Ship Inspection: Expectation & Reality

Regular inspections of the ship and its equipment are required to minimize the risks associated with factors such as machinery damage or failure as well as fire or explosion, which account for over 50% of incidents worldwide.

Shipping is one of the most international industries in the world. However, the safety performance is still far from ideal. According to a report published by Allianz Global Corporate & Specialty (AGCS), 3,000 incidents happened and 54 ships were lost in 2021. Machinery damage/failure, collision and fire/explosion accounted for over 50% of incidents globally. This causes high costs for companies, enormous environmental damage, and even loss of human lives.

Regular inspections of the ship and its equipment are needed to minimize incident risks. These procedures are planned to take place on a periodical basis and are strictly regulated by international and national laws. Shipping companies are required to follow the regulations and in many cases, implementing extra safety measures. However, there are still many improvements needed to match the expectations of inspections. 

Expectation: The ship's crew is doing inspections regularly and the ship's uptime can be secured.

Reality: The crew is overloaded with duties on the ship and many operations are prone to human errors.

According to a report published by World Maritime University (WMU), seafarers face “systemic failures” in the implementation of the regulations related to hours of work and rest. Seafarers are often overloaded with tasks, which undermines the effectiveness of inspections. Instead of improving accuracy, inspection and reporting are mainly done to have the record be checked.  This might lead to high probability of human errors which contributes to 75% to 96% of marine accidents. Or even overdue inspections, which raises concerns for both ship companies and regulators.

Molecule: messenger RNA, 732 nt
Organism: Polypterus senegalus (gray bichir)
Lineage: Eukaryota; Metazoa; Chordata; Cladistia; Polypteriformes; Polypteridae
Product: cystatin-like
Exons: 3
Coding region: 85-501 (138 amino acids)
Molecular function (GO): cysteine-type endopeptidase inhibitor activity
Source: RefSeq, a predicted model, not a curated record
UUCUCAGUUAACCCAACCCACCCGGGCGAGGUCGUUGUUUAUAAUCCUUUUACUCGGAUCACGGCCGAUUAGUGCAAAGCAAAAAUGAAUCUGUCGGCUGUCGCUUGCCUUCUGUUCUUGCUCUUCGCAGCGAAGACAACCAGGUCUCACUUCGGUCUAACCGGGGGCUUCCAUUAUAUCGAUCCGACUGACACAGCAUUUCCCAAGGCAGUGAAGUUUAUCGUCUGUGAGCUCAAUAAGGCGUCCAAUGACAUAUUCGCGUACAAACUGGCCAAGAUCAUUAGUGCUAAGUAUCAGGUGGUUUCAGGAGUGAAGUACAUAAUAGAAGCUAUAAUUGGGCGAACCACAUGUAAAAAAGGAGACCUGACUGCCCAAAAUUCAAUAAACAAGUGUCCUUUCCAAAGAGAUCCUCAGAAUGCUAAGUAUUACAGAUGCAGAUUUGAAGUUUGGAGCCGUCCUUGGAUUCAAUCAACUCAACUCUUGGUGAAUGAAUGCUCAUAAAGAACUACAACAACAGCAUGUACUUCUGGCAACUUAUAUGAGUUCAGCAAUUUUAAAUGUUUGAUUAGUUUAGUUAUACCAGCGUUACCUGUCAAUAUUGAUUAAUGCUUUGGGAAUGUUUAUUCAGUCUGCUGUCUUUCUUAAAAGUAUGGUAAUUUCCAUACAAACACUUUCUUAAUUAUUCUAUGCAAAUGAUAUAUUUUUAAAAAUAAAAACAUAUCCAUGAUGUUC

The success in the maritime industry depends on people. Hence, empowering crews on manual technical operations such as inspections can bring tremendous benefits. In Kaiko Systems's case, crews are guided to conduct inspections via a mobile application, with which, they can also upload the data in one click. In this way, frontline operations such as inspections are streamlined, reducing time needed, and the reliability of the inspection data is guaranteed. 

Expectation: When entering ports, ships are prepared for Port State Control (PSC) inspections.

Reality: Shore teams are often feeling uncertain when vessels approach ports. 

Vessels are regularly inspected by PSC to verify that the condition of the ship and its equipment comply with the requirements of international regulations. When PSC officers find clear evidence to believe that the condition of the ship or its equipment does not correspond substantially with the particular regulation, then a more detailed inspection will be carried out. This will lead to the ship being detained or delayed. To avoid this, crews are expected to pay extra attention to particular concerns based on the vessel’s condition while conducting Pre-PSC inspection. 

A report that tells which parts of the vessel need to take a detailed check is necessary. For example, while guiding crews to conduct inspections, Kaiko Systems presents the last finding related to this component to crews in the app. In this way, findings can be rectified on the spot during the pre-PSC. This reduces the risk of delays and detention, and also increases crew member knowledge.